Invasion of privacy in workplace

UPDATED: Sep 30, 2022

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Invasion of privacy in workplace

Have recently learned that my personnel file at my employer is not secure and is available for anyone to view. It contains all of my personal information, including social security number, address and medical information regarding a surgery I had many years ago. My employer is a very large corporation with subsidiaries and locations located around the globe. It appears that employees files and private information is not being properly protected. What type of legal rights do I have to get this issue fixed company wide and make sure that employees privacy records are kept confidential?

Asked on February 8, 2017 under Employment Labor Law, South Carolina


SJZ, Member, New York Bar / FreeAdvice Contributing Attorney

Answered 6 years ago | Contributor

You don't have any good options:
1) You could bring a lawsuit seeking a court order that they keep certain information secure, but such a suit is an expensive proposition and the outcome will only apply to you and any other employees who join with you in the suit (unless the company voluntarily settles on a broader basis), since a lawsuit's outcome only affects those participating in it.
2) IF any actual harm befalls you which can be traced to poor data security at your employer (e.g. another employee opens accounts in your name or engages in identity theft using your unsecured social security number), you could potentially sue your employer for the losses provably caused by their negligence.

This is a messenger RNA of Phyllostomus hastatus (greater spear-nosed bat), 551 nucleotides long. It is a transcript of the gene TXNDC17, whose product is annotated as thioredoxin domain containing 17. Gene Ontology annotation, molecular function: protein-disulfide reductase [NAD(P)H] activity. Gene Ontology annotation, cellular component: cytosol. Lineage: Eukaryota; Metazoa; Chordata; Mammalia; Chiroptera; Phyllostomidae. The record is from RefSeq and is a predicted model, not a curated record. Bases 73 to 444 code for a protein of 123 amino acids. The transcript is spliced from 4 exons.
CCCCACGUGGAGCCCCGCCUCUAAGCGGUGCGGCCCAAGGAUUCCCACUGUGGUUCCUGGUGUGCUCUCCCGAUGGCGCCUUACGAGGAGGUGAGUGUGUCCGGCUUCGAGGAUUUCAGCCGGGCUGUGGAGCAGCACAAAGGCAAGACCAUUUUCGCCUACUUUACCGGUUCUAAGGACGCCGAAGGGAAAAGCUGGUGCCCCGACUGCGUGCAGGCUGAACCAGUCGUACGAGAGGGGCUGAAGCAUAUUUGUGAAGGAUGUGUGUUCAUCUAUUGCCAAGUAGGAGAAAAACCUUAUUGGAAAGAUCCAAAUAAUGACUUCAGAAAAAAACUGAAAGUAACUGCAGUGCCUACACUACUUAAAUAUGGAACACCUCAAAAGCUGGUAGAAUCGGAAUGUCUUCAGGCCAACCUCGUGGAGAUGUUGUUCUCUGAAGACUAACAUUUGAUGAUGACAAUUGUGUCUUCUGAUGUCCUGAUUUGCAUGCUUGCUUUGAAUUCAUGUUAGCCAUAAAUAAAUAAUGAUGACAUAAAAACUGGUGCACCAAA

IMPORTANT NOTICE: The Answer(s) provided above are for general information only. The attorney providing the answer was not serving as the attorney for the person submitting the question or in any attorney-client relationship with such person. Laws may vary from state to state, and sometimes change. Tiny variations in the facts, or a fact not set forth in a question, often can change a legal outcome or an attorney's conclusion. Although has verified the attorney was admitted to practice law in at least one jurisdiction, he or she may not be authorized to practice law in the jurisdiction referred to in the question, nor is he or she necessarily experienced in the area of the law involved. Unlike the information in the Answer(s) above, upon which you should NOT rely, for personal advice you can rely upon we suggest you retain an attorney to represent you.

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